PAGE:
Three years ago, Dick Dutrow changed his training philosophy and left Maryland to try New York's lucrative racing circuit. It was a gamble; Dutrow for years was among the state's elite trainers, well-established even before 1975 when he became the first Marylander to win a national training title in 58 years.

Today, he has none of the 12 horses he took north, but he isn't sorry. He's replaced them with 55 high-class runners and brought one of them, Talakeno, to Laurel for Saturday's $750,000 Washington, D.C. International.

"The claiming game didn't interest me anymore," he said yesterday morning at Laurel. "I went to New York because I wanted to try to get some better horses and develop them."

From a business perspective, the transition was remarkably smooth. In 1986, he finished among the top three trainers at Aqueduct's spring and winter meetings, and his success helped son Tony establish a stable of his own. But the elder Dutrow had difficulty adapting to his new life style.

"The first year was scary," he said. "I realized that in New York you can get hurt, you can get lost. It's home to me now, but I still watch myself.

"And there were a lot of changes I had to make as far as training. For one, you've got to be more patient. When a claiming horse is going bad, you can just drop him a notch or two; but with the higher-quality horses you've got to be more patient. You've got to do something extra to get that breeding out of him if you want to keep that outfit."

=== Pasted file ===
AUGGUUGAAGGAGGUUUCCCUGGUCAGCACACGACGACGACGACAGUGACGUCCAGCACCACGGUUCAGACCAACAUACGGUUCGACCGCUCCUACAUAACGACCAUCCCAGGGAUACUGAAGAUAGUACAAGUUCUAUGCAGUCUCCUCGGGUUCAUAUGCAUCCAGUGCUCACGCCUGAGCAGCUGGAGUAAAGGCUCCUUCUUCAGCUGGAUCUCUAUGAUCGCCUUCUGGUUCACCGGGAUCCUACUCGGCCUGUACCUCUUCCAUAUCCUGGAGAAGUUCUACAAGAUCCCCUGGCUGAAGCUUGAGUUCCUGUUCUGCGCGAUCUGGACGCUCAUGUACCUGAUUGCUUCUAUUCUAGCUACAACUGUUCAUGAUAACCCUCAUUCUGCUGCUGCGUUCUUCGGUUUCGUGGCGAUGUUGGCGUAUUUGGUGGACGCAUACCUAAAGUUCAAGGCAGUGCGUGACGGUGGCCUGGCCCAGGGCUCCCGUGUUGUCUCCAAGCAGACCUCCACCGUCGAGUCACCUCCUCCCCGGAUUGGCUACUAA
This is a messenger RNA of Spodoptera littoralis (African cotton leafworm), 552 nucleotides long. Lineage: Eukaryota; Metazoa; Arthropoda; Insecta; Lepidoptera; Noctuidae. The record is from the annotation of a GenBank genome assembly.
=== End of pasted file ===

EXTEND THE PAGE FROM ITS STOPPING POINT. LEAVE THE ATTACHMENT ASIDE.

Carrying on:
He has gotten three victories and $340,308 out of Talakeno this year. The 7-year-old son of Vaguely Noble peaked in August at Saratoga, winning the Bernard Baruch (by a half-length over turf champion Manila) and Budweiser Breeders' Cup handicaps in successive starts. He finished third and fourth in his last two races, both on soft grass courses at Belmont.

"If you get him on those firm kind of courses, he can run with the best of them; he'll run his heart out for you," Dutrow said. "When it's deep and soft, he doesn't like it."

Talakeno worked five furlongs on Laurel's firm turf course in 1:01 4/5 under Vince Bracciale Jr. Angel Cordero Jr. is to ride him in the International.

"He's easy to train," Dutrow said. "He may not give you the great work{out} like people think he'd give you, but he does enough to get by with some extra kick in the afternoon."

By finishing fourth or better Saturday, Talakeno would pass $1 million in lifetime earnings.

Cockney Lass, one of three females preentered in the International, was withdrawn because of a fever. The Irish filly will be replaced by Canada's Grey Classic, who will run as an entry with Blue Finn. Laurel officials will draw International post positions this morning.

Regal Classic, the dominant pre-entry in Sunday's Laurel Futurity, will not run in the $250,000 race, track vice president Bob Manfuso confirmed.

Trained in Canada by James Day, Regal Classic has won three stakes races in four tries -- he ran second in his debut -- and earned $316,903. Manfuso said the 2-year-old son of Vice Regent is being pointed for the Breeders' Cup Nov. 21.

The Futurity, along with the Selima Stakes for 2-year-old fillies, will be on turf for the first time . . .

Greg Hutton did not ride yesterday as part of a seven-day suspension that will run through Sunday. Hutton, with three victories in 17 tries, was suspended for allowing Spring Formal to drift in and impede Chapter Two in Laurel's fourth race Thursday.